Political Combat Over A Fighter Jet's Engine

  • Playlist
  • Download
  • Embed
    Embed <iframe src="http://www.npr.org/player/embed/128782694/128789507" width="100%" height="290" frameborder="0" scrolling="no">
  • Transcript
F-35 Joint Strike fighter Lightning II is seen in flight. i

An F-35 Lightning II joint strike fighter banks during a test flight at Eglin Air Force Base in Florida, where pilots will eventually train on the aircraft. Senior Airman Julianne Showalter/U.S. Air Force hide caption

itoggle caption Senior Airman Julianne Showalter/U.S. Air Force
F-35 Joint Strike fighter Lightning II is seen in flight.

An F-35 Lightning II joint strike fighter banks during a test flight at Eglin Air Force Base in Florida, where pilots will eventually train on the aircraft.

Senior Airman Julianne Showalter/U.S. Air Force

Tuesday afternoon, in a room on Capitol Hill, a group of House members will vote on the fate of a jet engine, adding yet another battle to a years-long lobbying war between two big defense contractors.

The stakes are enormous, because the F-35 — known as the joint strike fighter — will be the only new U.S. fighter jet for years to come. So the competition for engines has gotten vicious.

The Pentagon decided four years ago that Pratt & Whitney would get this engine contract. President George W. Bush backed that decision, and so does President Obama.

But every year, Congress votes money for General Electric to continue developing a competing engine.

These companies — Pratt & Whitney and GE — are pillars of the American military industrial establishment. Pratt powered armadas of American planes in World War II. And GE thrust the first American jet fighter into the air in 1942.

But they're not acting like pillars right now. They're acting more like political candidates.

"You're going to have a $100 billion monopoly from one engine manufacturer who's already grossly over budget," says GE Aviation spokesman Rick Kennedy. He says Pratt is angling for a fat government handout.

And just this month, GE put up a video of former Navy Secretary John Lehman that looked like an attack ad against Pratt & Whitney.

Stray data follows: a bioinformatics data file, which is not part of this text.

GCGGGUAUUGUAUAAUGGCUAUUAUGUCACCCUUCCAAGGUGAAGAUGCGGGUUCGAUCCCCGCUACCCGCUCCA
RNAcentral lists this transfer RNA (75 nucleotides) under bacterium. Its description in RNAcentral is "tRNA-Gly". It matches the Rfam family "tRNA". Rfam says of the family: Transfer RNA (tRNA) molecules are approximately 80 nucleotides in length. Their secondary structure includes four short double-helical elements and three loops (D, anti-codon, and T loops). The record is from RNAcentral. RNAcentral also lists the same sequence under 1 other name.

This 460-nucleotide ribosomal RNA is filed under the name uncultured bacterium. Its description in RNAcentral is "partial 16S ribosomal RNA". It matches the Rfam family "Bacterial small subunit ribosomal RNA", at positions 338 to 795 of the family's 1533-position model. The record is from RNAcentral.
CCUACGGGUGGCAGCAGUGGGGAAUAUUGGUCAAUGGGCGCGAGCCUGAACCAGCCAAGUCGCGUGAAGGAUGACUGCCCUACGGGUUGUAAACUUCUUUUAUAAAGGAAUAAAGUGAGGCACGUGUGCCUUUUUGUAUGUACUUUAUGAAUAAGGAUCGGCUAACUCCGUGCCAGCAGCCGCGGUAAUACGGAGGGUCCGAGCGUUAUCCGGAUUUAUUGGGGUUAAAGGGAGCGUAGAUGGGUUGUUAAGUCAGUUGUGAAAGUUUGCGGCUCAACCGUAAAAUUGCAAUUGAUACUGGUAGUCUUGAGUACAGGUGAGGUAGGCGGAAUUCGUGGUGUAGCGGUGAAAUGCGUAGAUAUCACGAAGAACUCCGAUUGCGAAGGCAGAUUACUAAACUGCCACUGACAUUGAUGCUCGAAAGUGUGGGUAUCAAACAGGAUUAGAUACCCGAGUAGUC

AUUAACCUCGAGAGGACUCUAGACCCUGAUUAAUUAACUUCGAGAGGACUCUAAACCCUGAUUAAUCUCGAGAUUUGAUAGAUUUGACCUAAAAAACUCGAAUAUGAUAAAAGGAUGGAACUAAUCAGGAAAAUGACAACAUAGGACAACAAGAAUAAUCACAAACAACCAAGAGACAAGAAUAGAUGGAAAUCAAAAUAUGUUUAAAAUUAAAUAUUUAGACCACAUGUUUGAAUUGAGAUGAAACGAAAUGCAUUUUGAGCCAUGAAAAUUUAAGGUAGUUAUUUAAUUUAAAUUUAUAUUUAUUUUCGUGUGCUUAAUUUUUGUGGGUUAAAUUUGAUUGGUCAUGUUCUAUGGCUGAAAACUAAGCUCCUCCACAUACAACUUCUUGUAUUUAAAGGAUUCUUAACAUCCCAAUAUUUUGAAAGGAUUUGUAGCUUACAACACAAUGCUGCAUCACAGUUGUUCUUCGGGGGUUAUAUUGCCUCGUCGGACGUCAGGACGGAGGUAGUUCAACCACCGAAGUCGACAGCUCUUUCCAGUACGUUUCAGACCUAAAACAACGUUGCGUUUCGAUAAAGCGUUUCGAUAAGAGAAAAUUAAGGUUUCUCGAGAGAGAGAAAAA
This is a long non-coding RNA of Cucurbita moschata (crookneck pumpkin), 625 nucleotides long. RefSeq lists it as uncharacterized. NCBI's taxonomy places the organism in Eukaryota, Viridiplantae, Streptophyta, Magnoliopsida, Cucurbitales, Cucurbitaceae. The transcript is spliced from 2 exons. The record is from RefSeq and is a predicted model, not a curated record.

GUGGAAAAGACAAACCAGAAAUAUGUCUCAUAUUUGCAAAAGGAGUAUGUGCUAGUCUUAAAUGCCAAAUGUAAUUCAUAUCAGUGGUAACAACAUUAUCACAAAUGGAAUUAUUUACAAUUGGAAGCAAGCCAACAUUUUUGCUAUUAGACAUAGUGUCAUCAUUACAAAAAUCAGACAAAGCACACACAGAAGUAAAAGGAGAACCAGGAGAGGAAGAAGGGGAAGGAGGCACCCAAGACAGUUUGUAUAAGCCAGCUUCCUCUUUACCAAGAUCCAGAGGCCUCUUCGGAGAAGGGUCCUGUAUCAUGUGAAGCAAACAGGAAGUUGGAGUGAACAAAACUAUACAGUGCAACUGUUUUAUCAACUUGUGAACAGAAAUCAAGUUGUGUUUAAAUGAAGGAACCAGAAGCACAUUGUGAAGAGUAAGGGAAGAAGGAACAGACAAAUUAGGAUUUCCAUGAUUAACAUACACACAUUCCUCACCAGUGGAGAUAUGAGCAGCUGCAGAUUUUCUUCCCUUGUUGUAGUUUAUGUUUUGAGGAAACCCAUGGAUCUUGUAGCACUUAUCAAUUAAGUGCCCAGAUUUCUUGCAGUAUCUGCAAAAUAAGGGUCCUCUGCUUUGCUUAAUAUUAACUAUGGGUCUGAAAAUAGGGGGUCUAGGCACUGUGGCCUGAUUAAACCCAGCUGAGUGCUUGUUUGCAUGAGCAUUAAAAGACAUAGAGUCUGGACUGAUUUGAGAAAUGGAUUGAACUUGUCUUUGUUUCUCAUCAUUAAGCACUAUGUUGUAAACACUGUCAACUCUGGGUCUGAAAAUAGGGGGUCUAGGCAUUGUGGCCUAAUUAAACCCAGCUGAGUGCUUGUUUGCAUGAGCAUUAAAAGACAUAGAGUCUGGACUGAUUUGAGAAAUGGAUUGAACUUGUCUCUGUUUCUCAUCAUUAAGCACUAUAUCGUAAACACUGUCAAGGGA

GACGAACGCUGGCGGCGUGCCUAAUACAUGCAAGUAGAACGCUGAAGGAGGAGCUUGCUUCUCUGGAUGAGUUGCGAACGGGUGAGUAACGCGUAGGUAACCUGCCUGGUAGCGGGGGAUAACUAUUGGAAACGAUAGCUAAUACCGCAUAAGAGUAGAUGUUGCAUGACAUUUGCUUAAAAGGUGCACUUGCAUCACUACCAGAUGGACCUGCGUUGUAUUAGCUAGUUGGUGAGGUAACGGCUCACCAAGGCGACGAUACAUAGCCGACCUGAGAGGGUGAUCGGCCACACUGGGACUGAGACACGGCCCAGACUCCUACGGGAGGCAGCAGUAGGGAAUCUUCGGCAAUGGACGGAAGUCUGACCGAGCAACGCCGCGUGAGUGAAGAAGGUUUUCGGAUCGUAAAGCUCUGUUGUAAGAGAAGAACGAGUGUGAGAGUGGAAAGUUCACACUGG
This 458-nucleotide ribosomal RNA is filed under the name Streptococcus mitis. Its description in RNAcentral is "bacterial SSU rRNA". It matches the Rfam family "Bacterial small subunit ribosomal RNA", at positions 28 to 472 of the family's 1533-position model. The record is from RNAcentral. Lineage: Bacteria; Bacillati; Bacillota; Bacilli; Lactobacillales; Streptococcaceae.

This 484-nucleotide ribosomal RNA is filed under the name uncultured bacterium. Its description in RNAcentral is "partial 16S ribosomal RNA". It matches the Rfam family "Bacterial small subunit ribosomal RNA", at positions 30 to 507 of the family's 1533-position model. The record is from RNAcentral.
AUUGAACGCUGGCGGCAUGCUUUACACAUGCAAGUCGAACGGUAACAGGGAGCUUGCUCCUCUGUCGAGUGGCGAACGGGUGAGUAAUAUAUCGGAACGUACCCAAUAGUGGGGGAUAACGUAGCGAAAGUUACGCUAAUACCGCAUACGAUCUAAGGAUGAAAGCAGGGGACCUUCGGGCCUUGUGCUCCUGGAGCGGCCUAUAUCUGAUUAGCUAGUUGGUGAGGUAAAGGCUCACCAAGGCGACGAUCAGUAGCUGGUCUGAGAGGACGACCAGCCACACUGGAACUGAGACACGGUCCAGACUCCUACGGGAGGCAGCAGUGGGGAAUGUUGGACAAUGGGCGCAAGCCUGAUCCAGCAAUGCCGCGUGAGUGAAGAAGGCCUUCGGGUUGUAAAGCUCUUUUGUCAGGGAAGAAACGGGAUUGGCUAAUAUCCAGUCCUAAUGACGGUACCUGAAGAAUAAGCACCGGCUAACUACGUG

"The F-14, 30 percent of the accidents came from this lousy engine," Lehman says in the video.

That would be a Pratt & Whitney engine.

"It wasn't until the GE competitive engine came in and was put into the F-14D that the accidents from engine failure ceased. Stopped. Many lives saved," Lehman contends in the video.

In its rebuttal, Pratt & Whitney points out that Lehman was talking about something that happened 25 years ago, on a different project.

David Manke, a lobbyist for Pratt's parent company United Technologies, says the new engine for the F-35 had some problems along the way. But now it's certified for production in the first run of joint strike fighters.

GE's engine is not certified.

"The other guys, they're probably four or five years behind us," Manke says. "You know, with a paper engine, that's going to be perfect. When you have a real engine, there can be flaws — so we thought we had to come out and protect ourselves."

And Pratt has its own attack video against GE. It starts with footage of Obama promising to cut Pentagon programs that don't keep America safe.

"One example," the president says, "is a $465 million program to build an alternate engine for the joint strike fighter."

GE says engine competition will actually save money.

The rhetoric you hear from the lobbyists is echoed by members of Congress who have a dog in the fight.

Rep. Steve Driehaus, a Democrat from Cincinnati, the home of General Electric, had this to say about Pratt in a House debate: "They want to be declared the winner of the race while all the contestants are still at the starting line."

Rep. Rosa DeLauro, a Democrat from Connecticut, home of Pratt & Whitney, went after GE's alternate engine:

"The Marines don't want it. Air Force doesn't want it. Navy doesn't want it. Why are we moving ahead with it?"

Why is this debate so red hot?

Winslow Wheeler of the nonprofit Center for Defense Information says he used to see infighting like this all the time when he worked on Capitol Hill. But in years past, everyone would keep quiet about it.

"But once it gets to be a public debate in Congress, those bars are removed," Wheeler says. "And the catfighting gets to be very public."

And then there's this: When the joint strike fighter is in full production, it will be the only U.S. fighter plane in production — and, for engine makers, the only game in town.

Related NPR Stories

Comments

 

Please keep your community civil. All comments must follow the NPR.org Community rules and terms of use, and will be moderated prior to posting. NPR reserves the right to use the comments we receive, in whole or in part, and to use the commenter's name and location, in any medium. See also the Terms of Use, Privacy Policy and Community FAQ.